Greenland temperatures haven’t been this hot for at least 1,000 years, scientists report | CNN



CNN

As humans play with the planet’s thermostat, scientists piece together Greenland’s history by drilling ice cores to analyze the impact of the climate crisis on the island nation over the years. The more they drilled, the further they went back in time, allowing them to distinguish natural temperature fluctuations from those caused by humans.

After years of research on the Greenland Ice Sheet — which CNN visited when the cores were drilled — scientists reported in the journal Nature on Wednesday that temperatures were the warmest there in at least the past 1,000 years — the longer period during which their ice cores could be analyzed. And they found that between 2001 and 2011, the average temperature was 1.5 degrees Celsius warmer than in the 20th century.

The report’s authors said human-caused climate change has played a significant role in dramatically increasing temperatures in the critical Arctic region, where melting ice is having a huge global impact.

“Greenland is currently the largest contributor to sea level rise,” Maria Hörhold, lead author of the study and a glaciologist at the Alfred Wegener Institute, told CNN. “And if we continue with carbon emissions as we are doing now, then by 2100 Greenland will have contributed up to 50 centimeters to sea level rise and that will affect millions of people who live in coastal areas.”

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CNN
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Greenland: the secrets of the ice – Part 5

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– Source: CNN

Weather stations along the edge of Greenland’s ice sheet have detected that its coastal regions are warming, but scientists’ understanding of the effects of rising temperatures there has been limited due to a lack of long-term observations. .

Understanding the past, Hörhold said, is important in preparing for future consequences.

“If you want to say something is global warming, you have to know what the natural variation was before humans actually interacted with the atmosphere,” she said. “For that, you have to go back in time – to the pre-industrial era – when humans weren’t emitting [carbon dioxide] in the air.

In pre-industrial times, there were no weather stations in Greenland that collected temperature data like there are today. That’s why scientists have relied on paleoclimate data, such as ice cores, to study warming patterns in the region. The last robust analysis of ice cores in Greenland was completed in 1995, and those data detected no warming despite climate change already apparent elsewhere, Hörhold said.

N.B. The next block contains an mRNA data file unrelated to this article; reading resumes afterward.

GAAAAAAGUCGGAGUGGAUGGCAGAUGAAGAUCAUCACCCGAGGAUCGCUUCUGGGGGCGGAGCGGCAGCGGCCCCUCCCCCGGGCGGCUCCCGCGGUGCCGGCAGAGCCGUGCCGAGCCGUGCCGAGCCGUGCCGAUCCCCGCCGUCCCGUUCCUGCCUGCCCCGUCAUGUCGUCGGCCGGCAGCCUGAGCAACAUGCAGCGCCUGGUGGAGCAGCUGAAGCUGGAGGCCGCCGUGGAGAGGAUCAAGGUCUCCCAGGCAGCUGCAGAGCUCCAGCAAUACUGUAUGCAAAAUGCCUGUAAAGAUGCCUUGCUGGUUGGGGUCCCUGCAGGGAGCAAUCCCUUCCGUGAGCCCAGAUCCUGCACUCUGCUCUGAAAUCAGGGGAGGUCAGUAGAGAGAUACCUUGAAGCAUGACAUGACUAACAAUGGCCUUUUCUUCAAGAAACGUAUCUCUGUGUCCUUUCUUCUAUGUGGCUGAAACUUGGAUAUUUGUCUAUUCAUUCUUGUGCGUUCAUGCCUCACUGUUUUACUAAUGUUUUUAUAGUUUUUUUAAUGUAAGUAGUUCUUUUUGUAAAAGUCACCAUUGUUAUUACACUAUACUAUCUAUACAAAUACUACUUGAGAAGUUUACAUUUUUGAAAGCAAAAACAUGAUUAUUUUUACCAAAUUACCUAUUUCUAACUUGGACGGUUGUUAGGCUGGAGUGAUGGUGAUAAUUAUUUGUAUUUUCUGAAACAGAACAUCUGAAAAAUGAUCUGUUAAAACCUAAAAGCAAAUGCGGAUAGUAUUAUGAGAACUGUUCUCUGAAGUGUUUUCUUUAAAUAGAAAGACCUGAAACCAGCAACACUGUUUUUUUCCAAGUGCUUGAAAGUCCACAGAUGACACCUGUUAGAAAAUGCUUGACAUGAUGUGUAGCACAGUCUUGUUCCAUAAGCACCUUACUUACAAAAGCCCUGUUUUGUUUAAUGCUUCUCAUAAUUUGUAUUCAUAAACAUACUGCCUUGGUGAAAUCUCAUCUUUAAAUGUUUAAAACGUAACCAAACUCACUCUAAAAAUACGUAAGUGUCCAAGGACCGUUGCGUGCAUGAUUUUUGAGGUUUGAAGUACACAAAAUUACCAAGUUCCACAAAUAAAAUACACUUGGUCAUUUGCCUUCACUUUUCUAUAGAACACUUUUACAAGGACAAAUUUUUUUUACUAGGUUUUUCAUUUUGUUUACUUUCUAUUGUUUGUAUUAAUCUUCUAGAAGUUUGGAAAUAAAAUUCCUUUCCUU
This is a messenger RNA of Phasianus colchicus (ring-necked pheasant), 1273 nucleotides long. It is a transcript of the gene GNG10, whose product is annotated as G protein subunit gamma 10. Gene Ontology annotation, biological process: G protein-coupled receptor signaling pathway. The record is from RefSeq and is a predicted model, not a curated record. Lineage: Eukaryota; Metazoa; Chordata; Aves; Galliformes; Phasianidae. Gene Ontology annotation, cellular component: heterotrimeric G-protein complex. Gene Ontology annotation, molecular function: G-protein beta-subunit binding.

“With this extension to 2011, we can show that, ‘Well, there’s actually a warming going on,'” she added. “The warming trend has been there since 1800, but we had the high natural variability that hid that warming.”

Before humans started dumping fossil fuel emissions into the atmosphere, temperatures near 32 degrees Fahrenheit in Greenland were unheard of. But recent research shows that the Arctic region is warming four times faster than the rest of the planet.

Significant warming of the Greenland ice sheet is approaching a tipping point, which could trigger a catastrophic melt, scientists say. Greenland contains enough ice that, if it all melted, it could raise global sea levels by about 24 feet, according to NASA.

Although the study only covered temperatures up to 2011, Greenland has experienced extreme events since then. In 2019, an unexpected hot spring and heat wave in July melted almost the entire surface of the ice sheet, dumping an estimated 532 billion tonnes of ice into the sea. Global sea levels would rise by 1 .5 millimeters as a result, the scientists later reported.

Then in 2021, rain fell on top of Greenland – about two miles above sea level – for the first time on record. The warm air then fueled an extreme rain event, dumping 7 billion tons of water onto the ice sheet, enough to fill the Reflecting Pool at the National Mall in Washington, DC nearly 250,000 times.

With these extreme events in Greenland occurring more often, Hörhold said the team will continue to monitor changes.

“Every degree counts,” Hörhold said. “At some point we will return to Greenland and we will continue to extend these records.”

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